Vermiform appendix

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Vermiform Appendix
Gray536.png
Arteries of cecum and vermiform appendix. (Appendix visible at lower right, labeled as "vermiform process").
Stomach colon rectum diagram.svg
Normal location of the appendix relative to other organs of the digestive system (frontal view).
Latin appendix vermiformis
Gray's subject #249 1178
System Digestive
Artery appendicular artery
Vein appendicular vein
Precursor Midgut
MeSH Appendix
Dorlands/Elsevier Vermiform appendix

In human anatomy, the appendix (other names vermiform appendix; cecal (or caecal) appendix; vermix) is a blind ended tube connected to the cecum (or caecum).

The caecum is a pouch-like part of the colon. The appendix is near the junction of the small intestine and the large intestine. The term "vermiform" comes from Latin and means "worm-like in appearance".

The appendix has no function in humans, but it can cause diseases (like appendicitis). In us, it is a vestigial organ.

Darwin suggested that the appendix was perhaps used to digest leaves as primates.[1] Over time, humans have eaten fewer vegetables and have evolved. Over thousands of years, this organ has become smaller to make room for the stomach. It is a vestigial organ which has degraded to nearly nothing in the course of evolution.

Herbivorous mammals such as the Koala have large appendices, and usually other adaptations as well. Cellulose, from plant cell walls, is hard to break down. The cecum of the koala is attached to the juncture of the small and large intestines as it is in humans, but is very long. This enables it to host bacteria specific for cellulose breakdown.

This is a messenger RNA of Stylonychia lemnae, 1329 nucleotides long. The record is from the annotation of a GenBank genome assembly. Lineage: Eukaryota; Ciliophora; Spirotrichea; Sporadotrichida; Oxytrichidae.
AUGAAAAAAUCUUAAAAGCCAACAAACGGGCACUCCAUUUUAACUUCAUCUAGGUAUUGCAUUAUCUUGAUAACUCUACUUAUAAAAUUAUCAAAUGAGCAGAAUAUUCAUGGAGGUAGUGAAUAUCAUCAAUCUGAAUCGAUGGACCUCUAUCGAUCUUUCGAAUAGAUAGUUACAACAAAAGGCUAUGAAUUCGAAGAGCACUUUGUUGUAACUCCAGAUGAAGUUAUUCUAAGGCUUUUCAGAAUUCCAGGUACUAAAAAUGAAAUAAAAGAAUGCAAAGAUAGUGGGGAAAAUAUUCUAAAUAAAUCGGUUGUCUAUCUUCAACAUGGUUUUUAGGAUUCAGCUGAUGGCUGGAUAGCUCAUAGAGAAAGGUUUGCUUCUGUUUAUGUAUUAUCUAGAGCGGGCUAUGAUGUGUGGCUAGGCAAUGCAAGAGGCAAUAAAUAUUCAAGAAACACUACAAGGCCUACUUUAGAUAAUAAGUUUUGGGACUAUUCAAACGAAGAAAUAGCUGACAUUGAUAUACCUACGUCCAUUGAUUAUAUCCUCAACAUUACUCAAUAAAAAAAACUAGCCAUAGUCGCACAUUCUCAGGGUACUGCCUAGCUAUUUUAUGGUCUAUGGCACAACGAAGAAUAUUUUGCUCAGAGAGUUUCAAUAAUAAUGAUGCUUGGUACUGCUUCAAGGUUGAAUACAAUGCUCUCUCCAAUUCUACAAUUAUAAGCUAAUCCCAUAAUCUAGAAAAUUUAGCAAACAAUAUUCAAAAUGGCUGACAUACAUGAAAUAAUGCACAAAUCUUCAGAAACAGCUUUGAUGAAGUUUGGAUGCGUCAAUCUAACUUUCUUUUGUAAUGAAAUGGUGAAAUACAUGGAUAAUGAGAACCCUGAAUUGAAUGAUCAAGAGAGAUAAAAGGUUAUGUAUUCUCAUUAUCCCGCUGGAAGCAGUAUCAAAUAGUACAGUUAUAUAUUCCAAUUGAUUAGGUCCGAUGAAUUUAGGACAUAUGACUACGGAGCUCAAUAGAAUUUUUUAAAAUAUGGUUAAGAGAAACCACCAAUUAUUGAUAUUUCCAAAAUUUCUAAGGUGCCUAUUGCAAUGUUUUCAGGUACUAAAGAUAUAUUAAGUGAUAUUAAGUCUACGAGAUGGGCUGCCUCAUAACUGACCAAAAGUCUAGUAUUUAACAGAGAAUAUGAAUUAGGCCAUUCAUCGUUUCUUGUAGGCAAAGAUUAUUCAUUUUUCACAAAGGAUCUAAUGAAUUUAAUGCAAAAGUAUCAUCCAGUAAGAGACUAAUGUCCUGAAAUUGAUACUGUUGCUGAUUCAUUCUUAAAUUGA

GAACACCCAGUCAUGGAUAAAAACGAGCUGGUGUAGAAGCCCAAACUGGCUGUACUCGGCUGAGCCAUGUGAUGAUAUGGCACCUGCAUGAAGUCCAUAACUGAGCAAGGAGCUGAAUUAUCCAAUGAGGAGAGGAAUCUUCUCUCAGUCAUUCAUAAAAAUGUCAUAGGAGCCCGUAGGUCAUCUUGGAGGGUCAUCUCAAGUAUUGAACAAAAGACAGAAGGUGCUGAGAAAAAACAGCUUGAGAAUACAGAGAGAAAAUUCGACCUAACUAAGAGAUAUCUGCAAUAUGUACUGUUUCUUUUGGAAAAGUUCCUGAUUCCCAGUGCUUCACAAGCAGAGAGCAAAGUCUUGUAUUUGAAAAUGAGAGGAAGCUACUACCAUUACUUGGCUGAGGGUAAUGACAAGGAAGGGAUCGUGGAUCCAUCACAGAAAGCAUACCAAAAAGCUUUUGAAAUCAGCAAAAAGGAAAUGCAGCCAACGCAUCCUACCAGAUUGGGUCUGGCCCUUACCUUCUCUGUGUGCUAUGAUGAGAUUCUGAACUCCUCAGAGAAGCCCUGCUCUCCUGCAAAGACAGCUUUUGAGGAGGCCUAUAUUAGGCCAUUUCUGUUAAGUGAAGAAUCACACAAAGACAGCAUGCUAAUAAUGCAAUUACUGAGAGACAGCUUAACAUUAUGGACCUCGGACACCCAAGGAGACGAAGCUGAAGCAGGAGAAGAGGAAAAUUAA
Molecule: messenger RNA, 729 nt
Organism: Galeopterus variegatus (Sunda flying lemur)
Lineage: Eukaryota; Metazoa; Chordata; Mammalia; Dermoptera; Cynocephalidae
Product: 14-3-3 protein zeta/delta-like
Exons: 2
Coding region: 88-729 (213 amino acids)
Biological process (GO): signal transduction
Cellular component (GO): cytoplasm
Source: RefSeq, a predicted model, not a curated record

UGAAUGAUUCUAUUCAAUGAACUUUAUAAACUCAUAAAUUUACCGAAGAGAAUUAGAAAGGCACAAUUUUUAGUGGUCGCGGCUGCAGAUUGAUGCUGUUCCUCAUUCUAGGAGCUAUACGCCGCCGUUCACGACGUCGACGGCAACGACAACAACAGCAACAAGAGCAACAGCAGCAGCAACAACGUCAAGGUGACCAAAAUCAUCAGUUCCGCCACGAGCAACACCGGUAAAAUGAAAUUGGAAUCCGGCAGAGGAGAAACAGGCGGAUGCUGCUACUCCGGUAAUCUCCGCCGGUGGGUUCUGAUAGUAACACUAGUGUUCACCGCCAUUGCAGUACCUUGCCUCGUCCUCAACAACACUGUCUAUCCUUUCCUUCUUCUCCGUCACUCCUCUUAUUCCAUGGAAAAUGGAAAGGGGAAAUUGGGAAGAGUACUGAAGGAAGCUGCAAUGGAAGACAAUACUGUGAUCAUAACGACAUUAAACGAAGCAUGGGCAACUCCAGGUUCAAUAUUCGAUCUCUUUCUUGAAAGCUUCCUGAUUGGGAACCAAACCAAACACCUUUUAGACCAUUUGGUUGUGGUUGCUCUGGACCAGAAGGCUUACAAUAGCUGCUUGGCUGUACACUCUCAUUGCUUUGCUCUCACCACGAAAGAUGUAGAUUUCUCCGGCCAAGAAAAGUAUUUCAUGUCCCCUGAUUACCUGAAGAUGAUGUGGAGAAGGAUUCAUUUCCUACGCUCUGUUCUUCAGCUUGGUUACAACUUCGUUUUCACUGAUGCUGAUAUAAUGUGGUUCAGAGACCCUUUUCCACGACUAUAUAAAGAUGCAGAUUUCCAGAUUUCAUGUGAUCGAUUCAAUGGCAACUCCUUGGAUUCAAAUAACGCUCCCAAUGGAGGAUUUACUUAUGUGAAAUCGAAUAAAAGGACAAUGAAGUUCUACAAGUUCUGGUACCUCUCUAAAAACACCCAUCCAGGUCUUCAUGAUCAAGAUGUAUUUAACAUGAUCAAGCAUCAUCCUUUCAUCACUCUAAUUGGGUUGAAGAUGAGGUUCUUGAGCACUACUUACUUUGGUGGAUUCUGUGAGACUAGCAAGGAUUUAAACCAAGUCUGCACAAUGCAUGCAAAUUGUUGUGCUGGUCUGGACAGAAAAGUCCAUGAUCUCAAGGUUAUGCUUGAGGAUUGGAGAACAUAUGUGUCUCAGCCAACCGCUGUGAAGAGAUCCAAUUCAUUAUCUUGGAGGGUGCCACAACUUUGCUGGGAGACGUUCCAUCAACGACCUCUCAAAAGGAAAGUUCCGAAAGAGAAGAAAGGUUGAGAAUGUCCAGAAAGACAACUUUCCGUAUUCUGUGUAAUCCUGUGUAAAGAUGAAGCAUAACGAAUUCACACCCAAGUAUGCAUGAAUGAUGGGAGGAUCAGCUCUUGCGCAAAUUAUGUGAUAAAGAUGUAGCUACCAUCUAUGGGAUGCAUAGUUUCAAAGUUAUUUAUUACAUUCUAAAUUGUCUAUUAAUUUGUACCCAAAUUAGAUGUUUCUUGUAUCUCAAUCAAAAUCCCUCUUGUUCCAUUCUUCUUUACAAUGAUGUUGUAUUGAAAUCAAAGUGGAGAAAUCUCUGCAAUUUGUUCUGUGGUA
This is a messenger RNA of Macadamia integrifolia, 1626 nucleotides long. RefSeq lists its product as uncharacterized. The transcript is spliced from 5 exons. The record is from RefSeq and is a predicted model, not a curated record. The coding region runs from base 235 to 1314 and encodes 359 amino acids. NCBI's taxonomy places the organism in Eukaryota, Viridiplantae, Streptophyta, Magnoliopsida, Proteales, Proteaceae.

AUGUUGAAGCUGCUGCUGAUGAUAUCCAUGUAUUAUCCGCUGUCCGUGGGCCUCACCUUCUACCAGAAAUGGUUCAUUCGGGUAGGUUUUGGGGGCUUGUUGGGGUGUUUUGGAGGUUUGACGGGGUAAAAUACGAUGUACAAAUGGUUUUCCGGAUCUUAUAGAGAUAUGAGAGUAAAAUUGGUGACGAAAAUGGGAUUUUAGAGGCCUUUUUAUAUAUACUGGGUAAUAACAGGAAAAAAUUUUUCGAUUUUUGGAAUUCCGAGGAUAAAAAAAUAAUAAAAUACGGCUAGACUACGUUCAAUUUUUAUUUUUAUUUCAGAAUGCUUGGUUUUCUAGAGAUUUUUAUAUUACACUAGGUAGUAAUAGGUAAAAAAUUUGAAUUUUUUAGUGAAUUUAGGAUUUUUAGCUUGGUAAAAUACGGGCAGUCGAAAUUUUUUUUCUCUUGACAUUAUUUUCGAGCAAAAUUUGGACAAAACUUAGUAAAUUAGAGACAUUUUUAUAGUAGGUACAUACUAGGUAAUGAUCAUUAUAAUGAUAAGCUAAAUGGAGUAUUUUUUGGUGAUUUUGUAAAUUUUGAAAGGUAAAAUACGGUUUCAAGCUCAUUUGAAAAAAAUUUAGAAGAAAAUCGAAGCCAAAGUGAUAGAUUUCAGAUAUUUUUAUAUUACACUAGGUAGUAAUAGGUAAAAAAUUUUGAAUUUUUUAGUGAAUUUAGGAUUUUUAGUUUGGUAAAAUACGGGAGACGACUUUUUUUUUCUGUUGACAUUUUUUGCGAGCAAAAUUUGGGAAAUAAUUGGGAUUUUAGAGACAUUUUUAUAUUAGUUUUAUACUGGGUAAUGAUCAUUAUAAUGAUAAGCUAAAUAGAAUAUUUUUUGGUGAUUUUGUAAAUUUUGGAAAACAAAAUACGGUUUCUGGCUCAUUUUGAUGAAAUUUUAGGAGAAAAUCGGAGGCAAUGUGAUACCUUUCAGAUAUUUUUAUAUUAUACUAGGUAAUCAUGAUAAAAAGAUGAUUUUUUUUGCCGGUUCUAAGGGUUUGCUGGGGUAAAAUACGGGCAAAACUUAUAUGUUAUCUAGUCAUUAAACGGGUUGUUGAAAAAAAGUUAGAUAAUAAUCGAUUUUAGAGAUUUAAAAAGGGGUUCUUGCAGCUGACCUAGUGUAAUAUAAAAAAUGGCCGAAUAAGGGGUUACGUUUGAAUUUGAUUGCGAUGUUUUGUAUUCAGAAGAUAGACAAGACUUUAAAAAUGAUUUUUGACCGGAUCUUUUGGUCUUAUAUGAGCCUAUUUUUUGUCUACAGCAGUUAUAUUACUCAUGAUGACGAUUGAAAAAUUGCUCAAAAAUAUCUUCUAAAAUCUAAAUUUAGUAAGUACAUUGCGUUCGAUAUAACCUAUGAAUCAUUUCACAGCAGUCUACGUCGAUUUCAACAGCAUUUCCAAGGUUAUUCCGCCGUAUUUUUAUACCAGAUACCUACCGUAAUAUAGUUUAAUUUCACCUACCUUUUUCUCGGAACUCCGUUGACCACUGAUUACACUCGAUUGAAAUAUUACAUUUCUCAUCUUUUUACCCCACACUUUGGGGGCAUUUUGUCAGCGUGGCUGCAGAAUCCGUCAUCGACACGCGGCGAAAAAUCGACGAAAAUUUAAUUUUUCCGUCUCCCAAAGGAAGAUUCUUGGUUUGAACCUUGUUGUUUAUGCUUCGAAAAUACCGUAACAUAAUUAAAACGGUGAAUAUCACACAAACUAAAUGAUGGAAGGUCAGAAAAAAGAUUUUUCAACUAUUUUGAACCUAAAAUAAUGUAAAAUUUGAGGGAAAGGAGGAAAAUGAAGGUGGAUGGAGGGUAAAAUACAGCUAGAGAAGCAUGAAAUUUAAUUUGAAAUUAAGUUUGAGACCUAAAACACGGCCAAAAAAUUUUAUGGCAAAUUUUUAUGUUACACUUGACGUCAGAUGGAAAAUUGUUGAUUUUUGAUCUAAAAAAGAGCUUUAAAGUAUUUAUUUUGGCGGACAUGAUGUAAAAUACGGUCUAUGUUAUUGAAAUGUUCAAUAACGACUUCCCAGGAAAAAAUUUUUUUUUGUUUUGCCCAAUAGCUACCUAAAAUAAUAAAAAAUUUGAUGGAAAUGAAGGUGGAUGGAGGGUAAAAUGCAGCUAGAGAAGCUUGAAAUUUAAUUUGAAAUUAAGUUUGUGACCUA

Early man’s ancestor may have also relied upon this system and lived on a diet rich in foliage. As man began to eat foods easier to digest, they became less reliant on cellulose-rich plants for energy. The cecum became less necessary for digestion and mutations that previously had been deleterious were no longer selected against. These alleles became more frequent and the cecum continued to shrink. After thousands of years, the once-necessary cecum has degraded to what we see today; the appendix. [1]

Evolutionary theorists have suggested that natural selection selects for larger appendices because smaller and thinner appendices would be more susceptible to inflammation and disease.[2]

References[change | edit source]